Re-evaluating clonal dominance in cancer evolution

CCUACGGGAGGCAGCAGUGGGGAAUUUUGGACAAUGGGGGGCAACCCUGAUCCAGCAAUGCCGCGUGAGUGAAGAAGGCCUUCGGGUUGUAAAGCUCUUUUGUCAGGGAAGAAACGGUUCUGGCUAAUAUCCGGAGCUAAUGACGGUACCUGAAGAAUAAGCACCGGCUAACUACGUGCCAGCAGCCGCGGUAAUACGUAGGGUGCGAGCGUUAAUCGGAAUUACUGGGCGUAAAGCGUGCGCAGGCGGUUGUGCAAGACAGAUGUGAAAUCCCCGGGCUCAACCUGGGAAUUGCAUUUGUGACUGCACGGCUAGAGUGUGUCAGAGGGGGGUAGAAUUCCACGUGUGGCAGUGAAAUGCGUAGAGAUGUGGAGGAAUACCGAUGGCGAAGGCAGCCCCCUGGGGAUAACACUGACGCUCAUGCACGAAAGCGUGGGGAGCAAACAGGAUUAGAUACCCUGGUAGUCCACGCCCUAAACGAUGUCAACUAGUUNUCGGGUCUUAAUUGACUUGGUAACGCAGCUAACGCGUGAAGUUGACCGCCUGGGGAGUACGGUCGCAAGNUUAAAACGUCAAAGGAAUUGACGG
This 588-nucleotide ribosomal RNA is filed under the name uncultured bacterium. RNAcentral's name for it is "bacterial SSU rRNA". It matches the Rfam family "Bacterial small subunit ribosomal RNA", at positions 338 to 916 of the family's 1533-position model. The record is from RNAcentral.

Tumours are composed of genetically heterogeneous subclones which may diverge early during tumour growth. However, our strategies for treating and assessing outcome for patients are overwhelmingly based upon the classical linear paradigm for cancer evolution. Increasing numbers of studies are finding that minor subclones can determine clinical disease course, and that temporal and spatial heterogeneity needs to be considered in disease management. In this article we review evidence for cancer clonal heterogeneity, evaluating the importance of tumour subclones and their growth through both Darwinian and neutral evolution. Major shifts in current clinical practice and trial designs, aimed at understanding cancer evolution on a patient-by-patient basis, may be necessary to achieve more successful treatment of heterogeneous metastatic disease.